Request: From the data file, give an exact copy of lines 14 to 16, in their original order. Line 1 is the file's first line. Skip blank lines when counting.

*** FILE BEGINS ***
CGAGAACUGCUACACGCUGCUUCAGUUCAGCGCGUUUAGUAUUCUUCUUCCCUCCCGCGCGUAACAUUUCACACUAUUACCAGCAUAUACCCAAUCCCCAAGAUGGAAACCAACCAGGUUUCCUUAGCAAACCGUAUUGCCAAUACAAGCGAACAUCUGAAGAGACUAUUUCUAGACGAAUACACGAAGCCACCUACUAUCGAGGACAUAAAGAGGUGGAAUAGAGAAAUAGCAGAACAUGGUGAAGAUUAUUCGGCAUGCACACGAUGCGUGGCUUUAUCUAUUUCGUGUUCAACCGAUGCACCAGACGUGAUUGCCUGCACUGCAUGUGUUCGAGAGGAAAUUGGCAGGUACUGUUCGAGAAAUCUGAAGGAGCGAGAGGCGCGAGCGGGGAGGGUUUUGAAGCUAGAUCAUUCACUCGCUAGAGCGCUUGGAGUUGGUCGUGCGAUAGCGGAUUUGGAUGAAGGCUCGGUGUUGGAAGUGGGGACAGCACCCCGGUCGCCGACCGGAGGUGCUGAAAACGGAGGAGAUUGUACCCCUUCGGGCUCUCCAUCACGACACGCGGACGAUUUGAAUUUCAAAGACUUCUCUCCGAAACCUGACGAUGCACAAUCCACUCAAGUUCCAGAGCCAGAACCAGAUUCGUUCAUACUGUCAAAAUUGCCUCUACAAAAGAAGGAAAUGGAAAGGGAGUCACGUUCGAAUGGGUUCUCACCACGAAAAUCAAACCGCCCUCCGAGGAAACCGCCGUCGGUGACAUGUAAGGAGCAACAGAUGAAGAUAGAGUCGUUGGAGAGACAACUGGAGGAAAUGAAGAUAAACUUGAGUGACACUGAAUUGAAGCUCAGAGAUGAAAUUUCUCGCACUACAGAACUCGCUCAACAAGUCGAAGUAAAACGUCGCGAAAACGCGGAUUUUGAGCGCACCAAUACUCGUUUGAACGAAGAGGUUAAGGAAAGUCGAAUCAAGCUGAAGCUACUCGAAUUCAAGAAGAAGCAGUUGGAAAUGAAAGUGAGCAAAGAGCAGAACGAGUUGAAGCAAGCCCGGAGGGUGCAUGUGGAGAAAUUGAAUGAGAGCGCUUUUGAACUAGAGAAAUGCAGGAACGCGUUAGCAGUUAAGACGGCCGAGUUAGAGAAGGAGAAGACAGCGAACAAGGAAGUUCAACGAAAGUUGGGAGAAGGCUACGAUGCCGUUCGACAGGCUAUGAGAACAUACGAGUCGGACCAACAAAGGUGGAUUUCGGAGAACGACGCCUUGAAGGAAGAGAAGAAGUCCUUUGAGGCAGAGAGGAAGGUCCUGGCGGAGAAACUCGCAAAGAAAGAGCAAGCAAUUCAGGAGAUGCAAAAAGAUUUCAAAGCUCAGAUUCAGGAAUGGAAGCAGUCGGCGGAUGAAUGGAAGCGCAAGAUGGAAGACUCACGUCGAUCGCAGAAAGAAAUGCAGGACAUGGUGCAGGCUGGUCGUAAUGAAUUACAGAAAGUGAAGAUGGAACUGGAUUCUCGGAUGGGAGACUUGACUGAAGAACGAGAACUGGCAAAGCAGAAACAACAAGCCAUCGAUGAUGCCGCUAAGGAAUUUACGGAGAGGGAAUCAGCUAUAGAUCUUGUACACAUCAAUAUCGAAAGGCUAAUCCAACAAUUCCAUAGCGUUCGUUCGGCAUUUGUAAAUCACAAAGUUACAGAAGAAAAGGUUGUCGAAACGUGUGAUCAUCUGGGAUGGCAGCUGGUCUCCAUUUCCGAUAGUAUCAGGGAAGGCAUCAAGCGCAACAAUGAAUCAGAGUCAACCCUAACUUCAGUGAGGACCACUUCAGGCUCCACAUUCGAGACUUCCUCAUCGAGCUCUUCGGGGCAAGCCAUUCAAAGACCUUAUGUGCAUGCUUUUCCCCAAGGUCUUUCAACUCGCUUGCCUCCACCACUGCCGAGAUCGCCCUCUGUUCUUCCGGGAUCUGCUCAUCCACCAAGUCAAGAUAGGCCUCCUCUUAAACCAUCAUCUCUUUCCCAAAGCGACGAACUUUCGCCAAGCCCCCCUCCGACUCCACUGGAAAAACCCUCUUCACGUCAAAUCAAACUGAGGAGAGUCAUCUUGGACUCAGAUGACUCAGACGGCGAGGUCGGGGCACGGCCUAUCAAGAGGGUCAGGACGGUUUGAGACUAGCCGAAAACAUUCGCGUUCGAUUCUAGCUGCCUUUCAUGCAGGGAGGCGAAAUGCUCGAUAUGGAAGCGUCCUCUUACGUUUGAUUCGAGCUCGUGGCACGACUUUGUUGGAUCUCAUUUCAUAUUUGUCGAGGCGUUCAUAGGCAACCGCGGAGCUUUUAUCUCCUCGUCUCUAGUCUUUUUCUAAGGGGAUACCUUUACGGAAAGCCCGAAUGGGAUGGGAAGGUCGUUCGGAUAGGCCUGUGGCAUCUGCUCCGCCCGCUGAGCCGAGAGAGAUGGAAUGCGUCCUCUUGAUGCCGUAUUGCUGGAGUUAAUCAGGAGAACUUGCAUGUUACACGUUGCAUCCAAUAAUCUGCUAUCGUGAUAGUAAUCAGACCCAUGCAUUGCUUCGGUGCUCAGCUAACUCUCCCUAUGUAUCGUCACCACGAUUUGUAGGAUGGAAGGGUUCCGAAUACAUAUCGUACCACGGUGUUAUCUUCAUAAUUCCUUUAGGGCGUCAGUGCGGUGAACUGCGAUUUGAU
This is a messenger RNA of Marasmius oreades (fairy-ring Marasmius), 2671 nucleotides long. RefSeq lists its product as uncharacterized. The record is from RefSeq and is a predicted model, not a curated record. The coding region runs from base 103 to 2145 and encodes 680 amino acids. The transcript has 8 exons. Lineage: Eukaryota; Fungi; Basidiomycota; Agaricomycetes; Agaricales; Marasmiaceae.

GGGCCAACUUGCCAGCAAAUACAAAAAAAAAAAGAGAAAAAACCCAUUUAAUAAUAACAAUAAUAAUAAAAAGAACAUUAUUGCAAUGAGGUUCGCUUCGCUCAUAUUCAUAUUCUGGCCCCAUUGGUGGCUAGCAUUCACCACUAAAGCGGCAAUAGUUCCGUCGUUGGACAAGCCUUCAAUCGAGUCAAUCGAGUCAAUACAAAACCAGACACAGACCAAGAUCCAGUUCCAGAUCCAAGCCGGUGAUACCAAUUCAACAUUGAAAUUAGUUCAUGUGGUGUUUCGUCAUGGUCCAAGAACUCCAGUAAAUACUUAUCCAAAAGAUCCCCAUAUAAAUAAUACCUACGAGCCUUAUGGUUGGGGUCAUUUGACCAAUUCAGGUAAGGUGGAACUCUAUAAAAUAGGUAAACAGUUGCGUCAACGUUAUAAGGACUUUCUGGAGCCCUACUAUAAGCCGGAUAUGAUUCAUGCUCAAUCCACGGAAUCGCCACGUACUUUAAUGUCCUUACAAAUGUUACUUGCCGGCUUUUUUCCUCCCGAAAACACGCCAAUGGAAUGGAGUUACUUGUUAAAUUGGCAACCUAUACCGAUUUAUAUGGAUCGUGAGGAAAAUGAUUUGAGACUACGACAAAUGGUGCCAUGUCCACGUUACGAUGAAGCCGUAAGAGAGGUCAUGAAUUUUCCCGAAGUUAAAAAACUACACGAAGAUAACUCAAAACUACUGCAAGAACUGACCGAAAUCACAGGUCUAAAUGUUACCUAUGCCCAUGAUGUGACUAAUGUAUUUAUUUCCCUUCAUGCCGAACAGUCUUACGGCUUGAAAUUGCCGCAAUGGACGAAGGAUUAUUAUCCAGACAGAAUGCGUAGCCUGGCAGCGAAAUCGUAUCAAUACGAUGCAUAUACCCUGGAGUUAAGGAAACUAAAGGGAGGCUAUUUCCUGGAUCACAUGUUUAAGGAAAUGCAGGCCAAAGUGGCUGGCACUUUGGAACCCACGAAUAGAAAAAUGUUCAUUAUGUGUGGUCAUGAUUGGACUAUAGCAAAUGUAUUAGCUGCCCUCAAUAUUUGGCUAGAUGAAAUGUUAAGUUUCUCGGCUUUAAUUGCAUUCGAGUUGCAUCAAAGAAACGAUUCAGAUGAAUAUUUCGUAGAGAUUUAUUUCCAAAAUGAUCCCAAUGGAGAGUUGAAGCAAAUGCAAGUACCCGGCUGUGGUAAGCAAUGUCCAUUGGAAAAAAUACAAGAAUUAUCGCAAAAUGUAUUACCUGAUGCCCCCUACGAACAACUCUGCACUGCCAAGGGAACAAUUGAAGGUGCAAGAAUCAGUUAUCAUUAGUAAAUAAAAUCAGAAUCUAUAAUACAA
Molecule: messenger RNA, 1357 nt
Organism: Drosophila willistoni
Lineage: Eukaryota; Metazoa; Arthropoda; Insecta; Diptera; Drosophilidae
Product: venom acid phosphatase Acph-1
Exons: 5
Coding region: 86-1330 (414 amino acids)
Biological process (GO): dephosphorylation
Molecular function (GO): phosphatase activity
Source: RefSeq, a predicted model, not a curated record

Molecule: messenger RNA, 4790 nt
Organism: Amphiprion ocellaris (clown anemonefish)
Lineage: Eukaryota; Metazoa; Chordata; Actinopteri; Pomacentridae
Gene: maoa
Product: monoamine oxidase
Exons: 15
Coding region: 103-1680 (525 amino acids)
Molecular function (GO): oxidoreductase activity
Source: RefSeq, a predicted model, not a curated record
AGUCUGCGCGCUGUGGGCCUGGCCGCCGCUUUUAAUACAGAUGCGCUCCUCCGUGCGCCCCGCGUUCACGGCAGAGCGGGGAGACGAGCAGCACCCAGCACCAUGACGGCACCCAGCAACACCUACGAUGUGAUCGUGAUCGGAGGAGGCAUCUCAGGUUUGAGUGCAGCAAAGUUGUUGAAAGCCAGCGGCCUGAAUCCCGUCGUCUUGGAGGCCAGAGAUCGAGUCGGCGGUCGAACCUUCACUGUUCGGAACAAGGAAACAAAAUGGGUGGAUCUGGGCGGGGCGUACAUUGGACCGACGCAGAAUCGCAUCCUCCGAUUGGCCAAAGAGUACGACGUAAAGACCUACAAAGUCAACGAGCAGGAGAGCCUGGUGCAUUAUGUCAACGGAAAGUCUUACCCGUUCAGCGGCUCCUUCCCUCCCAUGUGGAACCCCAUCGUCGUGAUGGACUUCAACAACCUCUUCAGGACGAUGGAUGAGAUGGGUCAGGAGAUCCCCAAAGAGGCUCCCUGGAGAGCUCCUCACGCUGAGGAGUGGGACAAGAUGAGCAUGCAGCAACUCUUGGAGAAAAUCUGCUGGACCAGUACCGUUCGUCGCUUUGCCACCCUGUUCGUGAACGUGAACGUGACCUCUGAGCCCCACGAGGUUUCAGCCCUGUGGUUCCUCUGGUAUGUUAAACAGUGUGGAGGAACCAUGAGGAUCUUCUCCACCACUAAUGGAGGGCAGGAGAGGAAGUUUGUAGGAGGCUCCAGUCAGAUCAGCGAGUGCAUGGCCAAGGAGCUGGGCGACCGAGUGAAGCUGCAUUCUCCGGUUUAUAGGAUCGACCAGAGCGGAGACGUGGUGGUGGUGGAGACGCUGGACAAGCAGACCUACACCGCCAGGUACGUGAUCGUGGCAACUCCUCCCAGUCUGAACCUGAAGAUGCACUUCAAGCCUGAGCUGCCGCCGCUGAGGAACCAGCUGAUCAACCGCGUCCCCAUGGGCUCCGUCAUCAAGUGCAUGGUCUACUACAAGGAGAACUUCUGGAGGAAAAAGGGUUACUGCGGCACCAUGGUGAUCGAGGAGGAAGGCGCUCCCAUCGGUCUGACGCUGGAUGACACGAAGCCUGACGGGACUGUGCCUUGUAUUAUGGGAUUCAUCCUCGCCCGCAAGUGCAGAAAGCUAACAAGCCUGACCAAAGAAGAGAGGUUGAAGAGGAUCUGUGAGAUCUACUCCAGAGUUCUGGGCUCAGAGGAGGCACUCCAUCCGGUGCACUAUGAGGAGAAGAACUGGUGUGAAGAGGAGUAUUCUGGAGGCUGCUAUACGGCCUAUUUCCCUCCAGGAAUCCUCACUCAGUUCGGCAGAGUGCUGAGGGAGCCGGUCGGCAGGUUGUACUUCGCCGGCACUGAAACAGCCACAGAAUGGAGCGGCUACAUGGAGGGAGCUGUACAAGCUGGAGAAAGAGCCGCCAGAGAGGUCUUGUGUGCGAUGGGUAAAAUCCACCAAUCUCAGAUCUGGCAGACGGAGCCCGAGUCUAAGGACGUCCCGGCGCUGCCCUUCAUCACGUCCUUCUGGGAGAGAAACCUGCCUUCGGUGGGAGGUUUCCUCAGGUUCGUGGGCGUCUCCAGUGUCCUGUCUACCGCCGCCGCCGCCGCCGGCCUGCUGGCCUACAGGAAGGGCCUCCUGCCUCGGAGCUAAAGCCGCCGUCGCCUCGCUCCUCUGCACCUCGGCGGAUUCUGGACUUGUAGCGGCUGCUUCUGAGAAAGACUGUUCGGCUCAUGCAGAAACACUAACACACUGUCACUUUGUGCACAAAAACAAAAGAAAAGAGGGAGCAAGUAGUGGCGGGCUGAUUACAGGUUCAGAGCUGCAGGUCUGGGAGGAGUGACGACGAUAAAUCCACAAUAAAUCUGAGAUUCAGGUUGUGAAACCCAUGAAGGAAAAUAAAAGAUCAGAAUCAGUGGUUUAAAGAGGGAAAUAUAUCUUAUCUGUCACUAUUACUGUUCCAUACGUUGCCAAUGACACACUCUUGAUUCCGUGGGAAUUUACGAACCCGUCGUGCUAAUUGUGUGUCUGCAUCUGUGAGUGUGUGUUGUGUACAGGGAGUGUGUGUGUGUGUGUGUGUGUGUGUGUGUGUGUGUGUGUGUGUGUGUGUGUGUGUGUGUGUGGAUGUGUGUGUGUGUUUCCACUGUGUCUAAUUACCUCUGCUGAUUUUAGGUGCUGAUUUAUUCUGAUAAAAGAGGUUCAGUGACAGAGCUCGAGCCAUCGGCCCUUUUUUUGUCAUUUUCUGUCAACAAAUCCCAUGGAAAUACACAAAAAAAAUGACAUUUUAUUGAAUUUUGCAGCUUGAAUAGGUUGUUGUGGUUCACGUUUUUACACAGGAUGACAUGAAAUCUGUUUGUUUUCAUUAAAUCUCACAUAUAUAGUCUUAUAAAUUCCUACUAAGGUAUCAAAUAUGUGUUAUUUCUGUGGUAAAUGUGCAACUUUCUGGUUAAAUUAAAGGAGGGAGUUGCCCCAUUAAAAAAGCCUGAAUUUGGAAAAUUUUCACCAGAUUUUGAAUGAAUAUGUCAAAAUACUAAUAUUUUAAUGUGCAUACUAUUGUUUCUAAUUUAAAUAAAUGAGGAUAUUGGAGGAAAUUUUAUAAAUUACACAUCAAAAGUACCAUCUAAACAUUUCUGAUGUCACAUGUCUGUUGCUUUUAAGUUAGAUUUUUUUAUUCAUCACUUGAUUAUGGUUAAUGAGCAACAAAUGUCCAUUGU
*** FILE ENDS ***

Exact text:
Organism: Amphiprion ocellaris (clown anemonefish)
Lineage: Eukaryota; Metazoa; Chordata; Actinopteri; Pomacentridae
Gene: maoa